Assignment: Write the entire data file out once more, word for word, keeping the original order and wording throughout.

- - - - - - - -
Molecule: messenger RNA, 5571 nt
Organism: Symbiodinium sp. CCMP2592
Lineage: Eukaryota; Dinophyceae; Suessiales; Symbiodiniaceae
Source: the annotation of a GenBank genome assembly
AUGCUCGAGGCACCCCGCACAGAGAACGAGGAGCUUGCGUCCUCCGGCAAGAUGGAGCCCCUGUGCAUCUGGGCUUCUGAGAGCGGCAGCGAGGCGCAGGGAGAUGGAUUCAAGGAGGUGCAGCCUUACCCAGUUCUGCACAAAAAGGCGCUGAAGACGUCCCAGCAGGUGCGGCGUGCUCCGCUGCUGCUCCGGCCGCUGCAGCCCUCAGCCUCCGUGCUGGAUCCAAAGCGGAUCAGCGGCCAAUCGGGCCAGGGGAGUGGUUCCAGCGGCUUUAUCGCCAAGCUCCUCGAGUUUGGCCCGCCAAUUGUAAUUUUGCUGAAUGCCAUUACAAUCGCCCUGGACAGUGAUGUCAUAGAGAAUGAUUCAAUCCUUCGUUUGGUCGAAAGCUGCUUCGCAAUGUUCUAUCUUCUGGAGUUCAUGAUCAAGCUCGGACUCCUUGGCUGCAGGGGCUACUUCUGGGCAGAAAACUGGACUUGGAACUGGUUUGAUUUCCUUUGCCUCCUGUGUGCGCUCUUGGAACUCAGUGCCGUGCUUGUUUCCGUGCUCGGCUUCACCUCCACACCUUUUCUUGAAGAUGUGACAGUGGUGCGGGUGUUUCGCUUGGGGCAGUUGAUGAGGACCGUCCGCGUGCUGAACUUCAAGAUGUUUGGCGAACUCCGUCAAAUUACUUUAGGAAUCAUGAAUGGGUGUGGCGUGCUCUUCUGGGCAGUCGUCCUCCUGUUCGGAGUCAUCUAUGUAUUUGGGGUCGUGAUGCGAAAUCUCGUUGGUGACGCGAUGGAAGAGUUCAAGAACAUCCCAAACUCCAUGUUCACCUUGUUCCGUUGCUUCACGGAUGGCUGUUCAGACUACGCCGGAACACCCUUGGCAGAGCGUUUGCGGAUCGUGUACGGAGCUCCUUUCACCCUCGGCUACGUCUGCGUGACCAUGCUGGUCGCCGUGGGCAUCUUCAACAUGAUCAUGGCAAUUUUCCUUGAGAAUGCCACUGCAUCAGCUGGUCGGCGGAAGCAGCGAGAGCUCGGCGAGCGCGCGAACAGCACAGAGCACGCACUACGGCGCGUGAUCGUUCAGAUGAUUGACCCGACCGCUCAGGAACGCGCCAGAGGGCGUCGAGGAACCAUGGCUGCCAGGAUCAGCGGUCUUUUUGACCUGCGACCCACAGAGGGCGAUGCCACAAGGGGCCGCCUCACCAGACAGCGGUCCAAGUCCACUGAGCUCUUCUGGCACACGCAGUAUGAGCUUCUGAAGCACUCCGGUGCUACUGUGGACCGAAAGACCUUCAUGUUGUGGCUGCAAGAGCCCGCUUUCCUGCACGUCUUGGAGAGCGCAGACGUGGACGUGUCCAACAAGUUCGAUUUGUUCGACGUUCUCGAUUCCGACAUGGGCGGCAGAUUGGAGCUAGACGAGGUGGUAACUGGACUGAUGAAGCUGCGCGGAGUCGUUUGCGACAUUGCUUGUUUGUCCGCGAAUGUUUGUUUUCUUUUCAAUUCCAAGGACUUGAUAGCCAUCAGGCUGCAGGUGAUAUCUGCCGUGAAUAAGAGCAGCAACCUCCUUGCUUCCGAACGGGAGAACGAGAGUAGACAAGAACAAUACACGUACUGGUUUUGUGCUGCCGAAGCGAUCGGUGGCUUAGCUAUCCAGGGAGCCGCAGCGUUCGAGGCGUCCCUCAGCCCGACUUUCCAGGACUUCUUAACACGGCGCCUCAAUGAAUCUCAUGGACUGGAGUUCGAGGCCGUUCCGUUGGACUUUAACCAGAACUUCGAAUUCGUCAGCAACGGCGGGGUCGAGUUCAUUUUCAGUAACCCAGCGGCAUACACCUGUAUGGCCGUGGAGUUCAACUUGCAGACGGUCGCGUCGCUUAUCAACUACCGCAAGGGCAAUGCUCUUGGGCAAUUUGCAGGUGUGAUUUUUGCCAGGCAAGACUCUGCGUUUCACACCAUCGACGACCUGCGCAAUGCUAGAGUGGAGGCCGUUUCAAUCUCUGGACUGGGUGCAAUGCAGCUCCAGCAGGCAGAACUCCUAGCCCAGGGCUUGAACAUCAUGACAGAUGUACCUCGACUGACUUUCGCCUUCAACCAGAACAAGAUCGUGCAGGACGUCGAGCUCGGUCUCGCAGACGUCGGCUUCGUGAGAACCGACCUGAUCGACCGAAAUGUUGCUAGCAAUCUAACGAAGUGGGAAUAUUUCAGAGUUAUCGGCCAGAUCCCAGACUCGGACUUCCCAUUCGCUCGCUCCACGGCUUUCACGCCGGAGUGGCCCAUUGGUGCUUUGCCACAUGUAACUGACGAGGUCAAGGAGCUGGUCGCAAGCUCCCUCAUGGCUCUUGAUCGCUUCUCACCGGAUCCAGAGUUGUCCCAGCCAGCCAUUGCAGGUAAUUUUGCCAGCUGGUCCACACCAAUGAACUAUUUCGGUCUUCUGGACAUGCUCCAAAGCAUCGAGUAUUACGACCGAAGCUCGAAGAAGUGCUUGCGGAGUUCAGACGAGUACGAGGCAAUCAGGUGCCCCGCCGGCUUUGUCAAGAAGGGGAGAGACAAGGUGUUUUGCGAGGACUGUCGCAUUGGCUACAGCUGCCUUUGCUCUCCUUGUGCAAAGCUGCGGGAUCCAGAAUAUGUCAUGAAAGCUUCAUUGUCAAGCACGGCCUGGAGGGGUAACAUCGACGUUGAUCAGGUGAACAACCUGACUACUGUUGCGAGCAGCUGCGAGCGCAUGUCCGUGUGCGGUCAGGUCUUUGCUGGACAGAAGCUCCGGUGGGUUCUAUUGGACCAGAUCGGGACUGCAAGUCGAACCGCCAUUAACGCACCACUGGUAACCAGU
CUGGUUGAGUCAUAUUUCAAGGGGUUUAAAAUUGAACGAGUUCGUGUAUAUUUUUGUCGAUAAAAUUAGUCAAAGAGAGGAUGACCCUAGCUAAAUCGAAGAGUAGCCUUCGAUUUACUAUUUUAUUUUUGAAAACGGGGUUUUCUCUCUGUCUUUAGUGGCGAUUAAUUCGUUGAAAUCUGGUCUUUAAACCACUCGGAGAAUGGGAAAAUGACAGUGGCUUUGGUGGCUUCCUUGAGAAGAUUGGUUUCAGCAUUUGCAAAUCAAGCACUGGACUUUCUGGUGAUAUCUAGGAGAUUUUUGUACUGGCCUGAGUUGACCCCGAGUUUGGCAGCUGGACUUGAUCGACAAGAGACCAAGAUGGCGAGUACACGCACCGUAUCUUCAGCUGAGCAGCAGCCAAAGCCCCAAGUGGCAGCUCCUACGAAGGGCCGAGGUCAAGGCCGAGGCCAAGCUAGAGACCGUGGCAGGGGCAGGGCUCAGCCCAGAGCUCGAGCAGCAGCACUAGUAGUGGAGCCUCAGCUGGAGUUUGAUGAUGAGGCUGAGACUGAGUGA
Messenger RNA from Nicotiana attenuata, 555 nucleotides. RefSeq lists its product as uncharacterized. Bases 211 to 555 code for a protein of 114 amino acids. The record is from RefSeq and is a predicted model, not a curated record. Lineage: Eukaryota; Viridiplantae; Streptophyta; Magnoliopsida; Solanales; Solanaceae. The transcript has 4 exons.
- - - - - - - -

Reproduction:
Molecule: messenger RNA, 5571 nt
Organism: Symbiodinium sp. CCMP2592
Lineage: Eukaryota; Dinophyceae; Suessiales; Symbiodiniaceae
Source: the annotation of a GenBank genome assembly
AUGCUCGAGGCACCCCGCACAGAGAACGAGGAGCUUGCGUCCUCCGGCAAGAUGGAGCCCCUGUGCAUCUGGGCUUCUGAGAGCGGCAGCGAGGCGCAGGGAGAUGGAUUCAAGGAGGUGCAGCCUUACCCAGUUCUGCACAAAAAGGCGCUGAAGACGUCCCAGCAGGUGCGGCGUGCUCCGCUGCUGCUCCGGCCGCUGCAGCCCUCAGCCUCCGUGCUGGAUCCAAAGCGGAUCAGCGGCCAAUCGGGCCAGGGGAGUGGUUCCAGCGGCUUUAUCGCCAAGCUCCUCGAGUUUGGCCCGCCAAUUGUAAUUUUGCUGAAUGCCAUUACAAUCGCCCUGGACAGUGAUGUCAUAGAGAAUGAUUCAAUCCUUCGUUUGGUCGAAAGCUGCUUCGCAAUGUUCUAUCUUCUGGAGUUCAUGAUCAAGCUCGGACUCCUUGGCUGCAGGGGCUACUUCUGGGCAGAAAACUGGACUUGGAACUGGUUUGAUUUCCUUUGCCUCCUGUGUGCGCUCUUGGAACUCAGUGCCGUGCUUGUUUCCGUGCUCGGCUUCACCUCCACACCUUUUCUUGAAGAUGUGACAGUGGUGCGGGUGUUUCGCUUGGGGCAGUUGAUGAGGACCGUCCGCGUGCUGAACUUCAAGAUGUUUGGCGAACUCCGUCAAAUUACUUUAGGAAUCAUGAAUGGGUGUGGCGUGCUCUUCUGGGCAGUCGUCCUCCUGUUCGGAGUCAUCUAUGUAUUUGGGGUCGUGAUGCGAAAUCUCGUUGGUGACGCGAUGGAAGAGUUCAAGAACAUCCCAAACUCCAUGUUCACCUUGUUCCGUUGCUUCACGGAUGGCUGUUCAGACUACGCCGGAACACCCUUGGCAGAGCGUUUGCGGAUCGUGUACGGAGCUCCUUUCACCCUCGGCUACGUCUGCGUGACCAUGCUGGUCGCCGUGGGCAUCUUCAACAUGAUCAUGGCAAUUUUCCUUGAGAAUGCCACUGCAUCAGCUGGUCGGCGGAAGCAGCGAGAGCUCGGCGAGCGCGCGAACAGCACAGAGCACGCACUACGGCGCGUGAUCGUUCAGAUGAUUGACCCGACCGCUCAGGAACGCGCCAGAGGGCGUCGAGGAACCAUGGCUGCCAGGAUCAGCGGUCUUUUUGACCUGCGACCCACAGAGGGCGAUGCCACAAGGGGCCGCCUCACCAGACAGCGGUCCAAGUCCACUGAGCUCUUCUGGCACACGCAGUAUGAGCUUCUGAAGCACUCCGGUGCUACUGUGGACCGAAAGACCUUCAUGUUGUGGCUGCAAGAGCCCGCUUUCCUGCACGUCUUGGAGAGCGCAGACGUGGACGUGUCCAACAAGUUCGAUUUGUUCGACGUUCUCGAUUCCGACAUGGGCGGCAGAUUGGAGCUAGACGAGGUGGUAACUGGACUGAUGAAGCUGCGCGGAGUCGUUUGCGACAUUGCUUGUUUGUCCGCGAAUGUUUGUUUUCUUUUCAAUUCCAAGGACUUGAUAGCCAUCAGGCUGCAGGUGAUAUCUGCCGUGAAUAAGAGCAGCAACCUCCUUGCUUCCGAACGGGAGAACGAGAGUAGACAAGAACAAUACACGUACUGGUUUUGUGCUGCCGAAGCGAUCGGUGGCUUAGCUAUCCAGGGAGCCGCAGCGUUCGAGGCGUCCCUCAGCCCGACUUUCCAGGACUUCUUAACACGGCGCCUCAAUGAAUCUCAUGGACUGGAGUUCGAGGCCGUUCCGUUGGACUUUAACCAGAACUUCGAAUUCGUCAGCAACGGCGGGGUCGAGUUCAUUUUCAGUAACCCAGCGGCAUACACCUGUAUGGCCGUGGAGUUCAACUUGCAGACGGUCGCGUCGCUUAUCAACUACCGCAAGGGCAAUGCUCUUGGGCAAUUUGCAGGUGUGAUUUUUGCCAGGCAAGACUCUGCGUUUCACACCAUCGACGACCUGCGCAAUGCUAGAGUGGAGGCCGUUUCAAUCUCUGGACUGGGUGCAAUGCAGCUCCAGCAGGCAGAACUCCUAGCCCAGGGCUUGAACAUCAUGACAGAUGUACCUCGACUGACUUUCGCCUUCAACCAGAACAAGAUCGUGCAGGACGUCGAGCUCGGUCUCGCAGACGUCGGCUUCGUGAGAACCGACCUGAUCGACCGAAAUGUUGCUAGCAAUCUAACGAAGUGGGAAUAUUUCAGAGUUAUCGGCCAGAUCCCAGACUCGGACUUCCCAUUCGCUCGCUCCACGGCUUUCACGCCGGAGUGGCCCAUUGGUGCUUUGCCACAUGUAACUGACGAGGUCAAGGAGCUGGUCGCAAGCUCCCUCAUGGCUCUUGAUCGCUUCUCACCGGAUCCAGAGUUGUCCCAGCCAGCCAUUGCAGGUAAUUUUGCCAGCUGGUCCACACCAAUGAACUAUUUCGGUCUUCUGGACAUGCUCCAAAGCAUCGAGUAUUACGACCGAAGCUCGAAGAAGUGCUUGCGGAGUUCAGACGAGUACGAGGCAAUCAGGUGCCCCGCCGGCUUUGUCAAGAAGGGGAGAGACAAGGUGUUUUGCGAGGACUGUCGCAUUGGCUACAGCUGCCUUUGCUCUCCUUGUGCAAAGCUGCGGGAUCCAGAAUAUGUCAUGAAAGCUUCAUUGUCAAGCACGGCCUGGAGGGGUAACAUCGACGUUGAUCAGGUGAACAACCUGACUACUGUUGCGAGCAGCUGCGAGCGCAUGUCCGUGUGCGGUCAGGUCUUUGCUGGACAGAAGCUCCGGUGGGUUCUAUUGGACCAGAUCGGGACUGCAAGUCGAACCGCCAUUAACGCACCACUGGUAACCAGU
CUGGUUGAGUCAUAUUUCAAGGGGUUUAAAAUUGAACGAGUUCGUGUAUAUUUUUGUCGAUAAAAUUAGUCAAAGAGAGGAUGACCCUAGCUAAAUCGAAGAGUAGCCUUCGAUUUACUAUUUUAUUUUUGAAAACGGGGUUUUCUCUCUGUCUUUAGUGGCGAUUAAUUCGUUGAAAUCUGGUCUUUAAACCACUCGGAGAAUGGGAAAAUGACAGUGGCUUUGGUGGCUUCCUUGAGAAGAUUGGUUUCAGCAUUUGCAAAUCAAGCACUGGACUUUCUGGUGAUAUCUAGGAGAUUUUUGUACUGGCCUGAGUUGACCCCGAGUUUGGCAGCUGGACUUGAUCGACAAGAGACCAAGAUGGCGAGUACACGCACCGUAUCUUCAGCUGAGCAGCAGCCAAAGCCCCAAGUGGCAGCUCCUACGAAGGGCCGAGGUCAAGGCCGAGGCCAAGCUAGAGACCGUGGCAGGGGCAGGGCUCAGCCCAGAGCUCGAGCAGCAGCACUAGUAGUGGAGCCUCAGCUGGAGUUUGAUGAUGAGGCUGAGACUGAGUGA
Messenger RNA from Nicotiana attenuata, 555 nucleotides. RefSeq lists its product as uncharacterized. Bases 211 to 555 code for a protein of 114 amino acids. The record is from RefSeq and is a predicted model, not a curated record. Lineage: Eukaryota; Viridiplantae; Streptophyta; Magnoliopsida; Solanales; Solanaceae. The transcript has 4 exons.